The Master Scholars Program in Humanistic Medicine (MSPHM) at NYU School of Medicine is dedicated to promoting humanistic values in medical education among young physician scholars. The programmatic activities of the MSPHM cultivate the values of empathy, justice, respect, compassion, and communication in order to enhance insight into the lived experiences of both doctors and patients.
Through innovative seminars, colloquia, and activities, the MSPHM enables students to pursue their creative and intellectual interests not necessarily covered in the core curriculum. By approaching questions in medicine through the alternative lenses of the arts, humanities, and social sciences, the MSPHM emphasizes the shared humanity of all those involved in the delivery and receipt of health care.
As a component of the Office of Student Affairs, the mission of the MSPHM is to empower students to become humanistic clinicians, scientists, leaders, and advocates. However, our programmatic activities are open to all members of NYU, which means that students, faculty, and staff from diverse departments often sit alongside one another in MSPHM seminars and events. This inter-professional format fosters personal and professional development for all involved with the program.
Our Spring 2014 Humanistic Medicine Colloquium “The Only Difference between a Researcher and a Patient is a Diagnosis” featured Dr. Susan Love—surgeon, researcher, advocate, author, and cancer survivor—in an onstage interview with NYULMC’s Dr. Derborah Axelrod. Dr. Love discussed her recent experience with AML, what is has taught her about the patient experience, and how it has colored her work in breast cancer advocacy and research. A video of their conversation is available below.
MSPHM Teaching Artist Laura Ferguson and the "Art & Anatomy" seminar were recently featured in a story by narrative.ly about Art in Strange Places.
The Master Scholars Program in Humanistic Medicine recently hosted an art exhibit in the Medical Science Building Gallery here at NYULMC entitled "Art and Anatomy: Drawings." The exhibit featured drawings made in our Humanistic Medicine Seminar "Art and Anatomy" over the past five years. The seminar, created by Teaching Artist Laura Ferguson, is a drawing workshop that takes place within the space of the Anatomy Lab, offering participants an alternative mode of looking into, learning about, and relating to the inner body. The artists are our medical students, faculty, and staff. View selected works from the show and view photos from the opening reception.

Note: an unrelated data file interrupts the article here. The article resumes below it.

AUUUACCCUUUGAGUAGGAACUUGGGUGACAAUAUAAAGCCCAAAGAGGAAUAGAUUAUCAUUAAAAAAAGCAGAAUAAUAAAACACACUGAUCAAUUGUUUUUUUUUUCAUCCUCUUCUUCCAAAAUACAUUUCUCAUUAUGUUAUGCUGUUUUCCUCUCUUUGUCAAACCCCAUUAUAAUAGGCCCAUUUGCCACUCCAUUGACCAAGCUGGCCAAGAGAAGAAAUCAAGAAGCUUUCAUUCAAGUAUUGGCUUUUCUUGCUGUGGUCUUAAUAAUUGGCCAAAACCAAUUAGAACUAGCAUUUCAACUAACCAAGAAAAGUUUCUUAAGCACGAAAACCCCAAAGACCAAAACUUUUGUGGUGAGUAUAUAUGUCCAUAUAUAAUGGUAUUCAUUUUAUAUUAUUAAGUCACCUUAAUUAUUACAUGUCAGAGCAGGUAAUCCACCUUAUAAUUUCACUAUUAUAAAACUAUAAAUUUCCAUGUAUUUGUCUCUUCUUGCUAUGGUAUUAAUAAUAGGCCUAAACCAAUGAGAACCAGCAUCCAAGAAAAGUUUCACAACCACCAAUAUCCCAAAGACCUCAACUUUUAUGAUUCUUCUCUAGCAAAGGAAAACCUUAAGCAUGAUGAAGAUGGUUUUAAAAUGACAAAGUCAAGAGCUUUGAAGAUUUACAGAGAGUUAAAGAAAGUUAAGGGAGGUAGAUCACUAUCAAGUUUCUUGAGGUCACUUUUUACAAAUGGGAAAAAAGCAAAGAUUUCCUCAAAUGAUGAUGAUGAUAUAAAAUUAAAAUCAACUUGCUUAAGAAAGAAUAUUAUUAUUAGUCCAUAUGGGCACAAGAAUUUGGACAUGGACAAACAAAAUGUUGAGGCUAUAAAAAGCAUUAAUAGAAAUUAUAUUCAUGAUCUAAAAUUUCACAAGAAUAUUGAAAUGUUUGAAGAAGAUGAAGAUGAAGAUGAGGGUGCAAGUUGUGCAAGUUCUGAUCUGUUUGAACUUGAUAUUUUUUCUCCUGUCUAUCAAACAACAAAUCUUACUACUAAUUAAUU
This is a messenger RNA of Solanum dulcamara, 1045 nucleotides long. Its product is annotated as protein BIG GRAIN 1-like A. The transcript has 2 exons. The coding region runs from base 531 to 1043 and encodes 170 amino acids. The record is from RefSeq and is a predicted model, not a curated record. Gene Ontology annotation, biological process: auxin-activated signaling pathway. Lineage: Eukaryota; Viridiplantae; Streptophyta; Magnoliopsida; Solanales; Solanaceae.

This spring the Master Scholars Program in Humanistic Medicine (MSPHM) continues to offer innovative and interdisciplinary seminars exploring the intersections of medicine and the arts, humanities, and social sciences. Moderated by expert faculty, these seminars enable participants to pursue their creative and intellectual interests not necessarily covered in the core curriculum. View our exciting offerings for Spring 2014.
On April 3, 2013 The Master Scholars Program in Humanistic Medicine (MSPHM) officially welcomed bestselling author and neurologist Dr. Oliver Sacks to the NYUSOM community through its annual Spring Colloquium, "Physicians as Writers: Oliver Sacks in Conversation with Danielle Ofri." Dr. Sacks, who in 2012 was appointed Clinical Professor of Neurology, was interviewed onstage by fellow physician-writer Dr. Danielle Ofri, Associate Professor of Medicine and Editor-in-Chief of the Bellevue Literary Review. The two of them explored the ethics of writing about patients, the impact of storytelling on the doctor-patient relationship, and the complexities of some of the neurological cases in Dr. Sacks' most recent book Hallucinations. The colloquium was attended by nearly 400 guests and was live streamed on the MSPHM website, where approximately 1800 viewers tuned in. Watch the full video here.
Michael Tanner, M.D.
Katie Grogan, D.M.H., M.A.